Pfizer benefits from tax reform, still vague on M&A
- Pfizer Inc. announced 2017 full-year and fourth quarter earnings on Tuesday that were essentially flat year-over-year, with revenues coming in at $52 billion and $13 billion, respectively.
- The company said it's still evaluating the impact of the recent tax code changes on financial guidance for 2018, but that it expects revenues of $53.5 billion to $55.5 billion for the year. Pfizer expects to make a decision regarding its Consumer Health business during 2018.
- Pfizer's biosimilar version of Johnson & Johnson's Remicade gained some ground during the fourth quarter and now makes up 5.6% of the infliximab market. Inflectra previously held 4.9% of the market. Pfizer said the growth came from closed systems like Veteran's Affairs.
Pfizer’s flat earnings for the year and the quarter were largely expected and created little buzz for investors and analysts. But the company’s insights into what it will do with its cash and how it plans to spend said cash were of keen interest.
The big pharma played a key role in pushing the recent tax changes forward — its $100 billion attempts to defect from the U.S. helped highlight how much U.S. corporations detested the high corporate tax rates in the country.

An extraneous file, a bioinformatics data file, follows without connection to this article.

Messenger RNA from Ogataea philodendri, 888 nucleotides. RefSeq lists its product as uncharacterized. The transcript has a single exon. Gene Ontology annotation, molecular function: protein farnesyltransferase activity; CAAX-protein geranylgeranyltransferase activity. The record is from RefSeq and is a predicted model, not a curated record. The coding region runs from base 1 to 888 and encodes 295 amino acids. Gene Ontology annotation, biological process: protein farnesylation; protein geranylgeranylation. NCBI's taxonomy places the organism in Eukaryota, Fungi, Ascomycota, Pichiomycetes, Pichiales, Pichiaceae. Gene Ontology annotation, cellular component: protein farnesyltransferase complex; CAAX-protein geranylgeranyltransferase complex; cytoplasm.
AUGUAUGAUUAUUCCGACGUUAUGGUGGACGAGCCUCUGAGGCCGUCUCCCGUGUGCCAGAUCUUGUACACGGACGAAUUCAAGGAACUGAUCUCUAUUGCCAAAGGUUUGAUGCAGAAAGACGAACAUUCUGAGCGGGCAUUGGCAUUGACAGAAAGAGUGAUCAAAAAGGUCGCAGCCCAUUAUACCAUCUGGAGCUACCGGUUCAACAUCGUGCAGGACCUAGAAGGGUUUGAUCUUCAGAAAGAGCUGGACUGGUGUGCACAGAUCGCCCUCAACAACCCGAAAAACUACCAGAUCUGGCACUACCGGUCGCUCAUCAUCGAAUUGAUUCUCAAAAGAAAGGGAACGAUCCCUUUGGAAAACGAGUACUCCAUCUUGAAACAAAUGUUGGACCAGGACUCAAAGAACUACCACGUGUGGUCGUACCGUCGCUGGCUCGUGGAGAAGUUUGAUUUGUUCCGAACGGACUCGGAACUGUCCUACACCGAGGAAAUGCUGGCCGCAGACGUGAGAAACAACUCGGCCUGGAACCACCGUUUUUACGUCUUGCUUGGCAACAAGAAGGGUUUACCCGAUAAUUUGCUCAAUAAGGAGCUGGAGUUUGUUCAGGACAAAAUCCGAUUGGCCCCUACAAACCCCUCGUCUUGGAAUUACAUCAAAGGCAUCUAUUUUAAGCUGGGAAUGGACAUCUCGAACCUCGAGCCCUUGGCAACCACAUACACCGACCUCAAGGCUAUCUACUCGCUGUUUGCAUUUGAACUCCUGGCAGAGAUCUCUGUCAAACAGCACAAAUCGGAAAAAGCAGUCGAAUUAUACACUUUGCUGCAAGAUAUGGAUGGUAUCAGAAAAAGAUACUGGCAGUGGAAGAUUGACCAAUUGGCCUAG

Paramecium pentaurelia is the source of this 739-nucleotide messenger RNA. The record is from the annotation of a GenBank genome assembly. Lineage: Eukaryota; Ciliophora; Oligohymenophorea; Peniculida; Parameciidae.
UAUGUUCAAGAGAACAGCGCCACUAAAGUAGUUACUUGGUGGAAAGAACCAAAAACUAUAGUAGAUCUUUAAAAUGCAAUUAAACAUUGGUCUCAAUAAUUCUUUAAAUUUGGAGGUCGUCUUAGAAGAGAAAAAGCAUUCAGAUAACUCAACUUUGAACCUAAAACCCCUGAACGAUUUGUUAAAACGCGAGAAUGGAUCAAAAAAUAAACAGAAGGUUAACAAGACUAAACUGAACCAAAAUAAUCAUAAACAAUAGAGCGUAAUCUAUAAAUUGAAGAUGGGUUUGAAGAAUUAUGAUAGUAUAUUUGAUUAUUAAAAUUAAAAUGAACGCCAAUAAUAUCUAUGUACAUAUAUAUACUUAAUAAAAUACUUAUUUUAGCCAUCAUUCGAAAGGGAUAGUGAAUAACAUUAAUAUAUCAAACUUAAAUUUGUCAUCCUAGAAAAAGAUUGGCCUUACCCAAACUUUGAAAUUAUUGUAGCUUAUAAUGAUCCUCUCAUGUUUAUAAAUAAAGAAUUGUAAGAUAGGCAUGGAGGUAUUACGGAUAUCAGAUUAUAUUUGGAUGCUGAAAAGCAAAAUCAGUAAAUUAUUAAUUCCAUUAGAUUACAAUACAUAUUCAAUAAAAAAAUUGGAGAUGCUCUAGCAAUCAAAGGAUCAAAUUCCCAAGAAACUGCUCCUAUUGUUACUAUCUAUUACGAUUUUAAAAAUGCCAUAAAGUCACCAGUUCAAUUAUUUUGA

In response to the lowering of the tax rate, as well as lower tax rates on bringing home ex-U.S. cash, Pfizer is spending quite a bit of money.
Pfizer is increasing its U.S. investment, including $5 billion in capital projects and manufacturing. The company plans to invest $500 million in its stateside pension plan and $100 million in one-time bonuses to non-executive Pfizer employees.
It is also doing $5 billion in share buybacks, as well as increasing its dividend 6% to 34 cents per share. The buybacks and the dividend bump will result in more than $13 billion being returned to shareholders.
Tax reform has been good to Pfizer; it got a $10.7 billion tax cut in the fourth quarter. The company previously guided a tax rate of 23% for 2018, but has revised that down to 17%.
Pfizer now also expects to repatriate the bulk of its overseas cash — as much as $24 billion.
With all that cash in hand, Pfizer CEO Ian Read said the company is still looking at potential deals.
"We will continue to look for value in the BD space and when we find it, we have the capacity and capability to act on it," said Read, noting that tax reform would likely change the valuations of certain takeover targets.
"We believe we have the capacity to do the small deal and the big deal when the moment arises," he added, but gave the caveat that Pfizer "feels no pressure" to make a deal immediately.
In response to the announcement made earlier this year that Pfizer would back out of neuroscience, the big pharma revealed which compounds it discontinued since the end of October. The discontinuations included eight early- and mid-stage neuro compounds in areas like Alzheimer’s disease, epilepsy, and Parkinson’s disease.
It also stopped studying its PD-L1 inhibitor Bavencio (avelumab) in gastric cancer after a previously announced failure in that indication. The company dumped three other early-stage cancer compounds, as well as a Phase 1 NASH compound and another in hyperlipidemia.
- Pfizer Earnings Statement
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